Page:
HC Deb 21 October 1971 vol 823 cc887-9
28. Mr. Redmond

asked the Secretary of State for the Home Department what representations he has received from members of the public urging reform of Great Britain's criminal laws and the enforcement of law and order; and what action he proposes to take to deal with the present unrest on the part of the public, having regard to the increase in all forms of vandalism and crime.

The Under-Secretary of State for the Home Department (Mr. Mark Carlisle)

My right hon. Friend has received a number of representations from members of the public relating to crime and the penalties for it, in particular the penalty

Mr. Sharpies

They are going down.

Following is the information:

for murder. The best deterrent to crime is the likelihood of being caught, and my right hon. Friend is pressing ahead with measures to strengthen the police. He is satisfied that, in general, maximum penalties are adequate, but he hopes shortly to propose to Parliament a number of increases in the powers and facilities available to the courts. The Government do not propose to reopen the question of capital punishment for murder.

Mr. Redmond

I thank my hon. and learned Friend for that reply and accept that his right hon. Friend has said that he does not consider that the matter of capital punishment should be reopened as opinion on it was expressed in the last Parliament, but would he accept that the opinion of this Parliament might be very different? Can we have an opportunity of expressing our opinion on this matter?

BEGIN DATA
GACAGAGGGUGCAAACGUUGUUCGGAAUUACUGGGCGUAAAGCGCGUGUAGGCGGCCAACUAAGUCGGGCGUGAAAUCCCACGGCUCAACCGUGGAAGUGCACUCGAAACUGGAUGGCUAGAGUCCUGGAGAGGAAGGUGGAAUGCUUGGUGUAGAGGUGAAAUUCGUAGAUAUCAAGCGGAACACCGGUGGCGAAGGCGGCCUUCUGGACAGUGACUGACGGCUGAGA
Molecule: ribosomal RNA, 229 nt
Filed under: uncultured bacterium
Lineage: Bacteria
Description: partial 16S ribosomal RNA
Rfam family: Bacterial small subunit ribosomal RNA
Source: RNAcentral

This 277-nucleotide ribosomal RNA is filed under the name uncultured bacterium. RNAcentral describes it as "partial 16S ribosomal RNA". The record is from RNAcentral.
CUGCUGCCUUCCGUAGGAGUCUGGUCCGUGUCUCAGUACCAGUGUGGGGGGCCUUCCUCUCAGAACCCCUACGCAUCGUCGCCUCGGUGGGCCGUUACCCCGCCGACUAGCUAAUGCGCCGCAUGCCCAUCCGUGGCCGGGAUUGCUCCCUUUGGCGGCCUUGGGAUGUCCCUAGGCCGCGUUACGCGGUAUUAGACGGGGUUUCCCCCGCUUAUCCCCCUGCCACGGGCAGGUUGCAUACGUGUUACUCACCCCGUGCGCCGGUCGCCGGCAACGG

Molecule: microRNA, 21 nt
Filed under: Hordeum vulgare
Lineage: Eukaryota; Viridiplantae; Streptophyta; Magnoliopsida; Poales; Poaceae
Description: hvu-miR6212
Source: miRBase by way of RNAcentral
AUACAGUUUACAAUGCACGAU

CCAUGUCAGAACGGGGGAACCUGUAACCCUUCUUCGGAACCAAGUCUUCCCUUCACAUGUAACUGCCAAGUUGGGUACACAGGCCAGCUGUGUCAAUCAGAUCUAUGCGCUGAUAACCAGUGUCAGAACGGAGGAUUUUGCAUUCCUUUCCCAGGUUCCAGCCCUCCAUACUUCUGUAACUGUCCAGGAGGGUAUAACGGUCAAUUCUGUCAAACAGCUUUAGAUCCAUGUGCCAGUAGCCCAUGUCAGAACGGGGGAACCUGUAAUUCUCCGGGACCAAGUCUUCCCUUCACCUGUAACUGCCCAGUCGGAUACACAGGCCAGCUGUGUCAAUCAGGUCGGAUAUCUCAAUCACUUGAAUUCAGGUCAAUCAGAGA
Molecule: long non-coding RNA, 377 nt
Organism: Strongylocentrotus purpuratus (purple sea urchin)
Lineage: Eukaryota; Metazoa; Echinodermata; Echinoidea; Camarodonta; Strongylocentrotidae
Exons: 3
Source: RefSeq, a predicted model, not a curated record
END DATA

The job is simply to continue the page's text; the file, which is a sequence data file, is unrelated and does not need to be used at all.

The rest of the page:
Mr. Carlisle

There are various ways in which the opinion of this House can be expressed, but I can only repeat that the Government have no intention of reopening this question.

Mr. Leslie Huckfield

Will the Minister say what the policy of his Department is towards senior members of the Metropolitan Police holding an off-the-record Press conference advocating stronger law enforcement?

Mr. Carlisle

I do not think that that arises out of this Question, but police officers have a professional involvement in all matters to do with crime and their views will always be listened to with respect.

Mr. Money

Returning to the original Question, will my hon. and learned Friend ask his right hon. Friend to take comfort from the fact that his predecessor in 1771 probably got as many letters about the restoration of hanging for many offences of theft and that his predecessor in 1871 probably got as many letters about the restoration of hangings in public?

Mr. Carlisle

I am not sure whether it would be accurate to say that as many letters were written in 1771 as are written in 1971, but I take note of what my hon. Friend has said.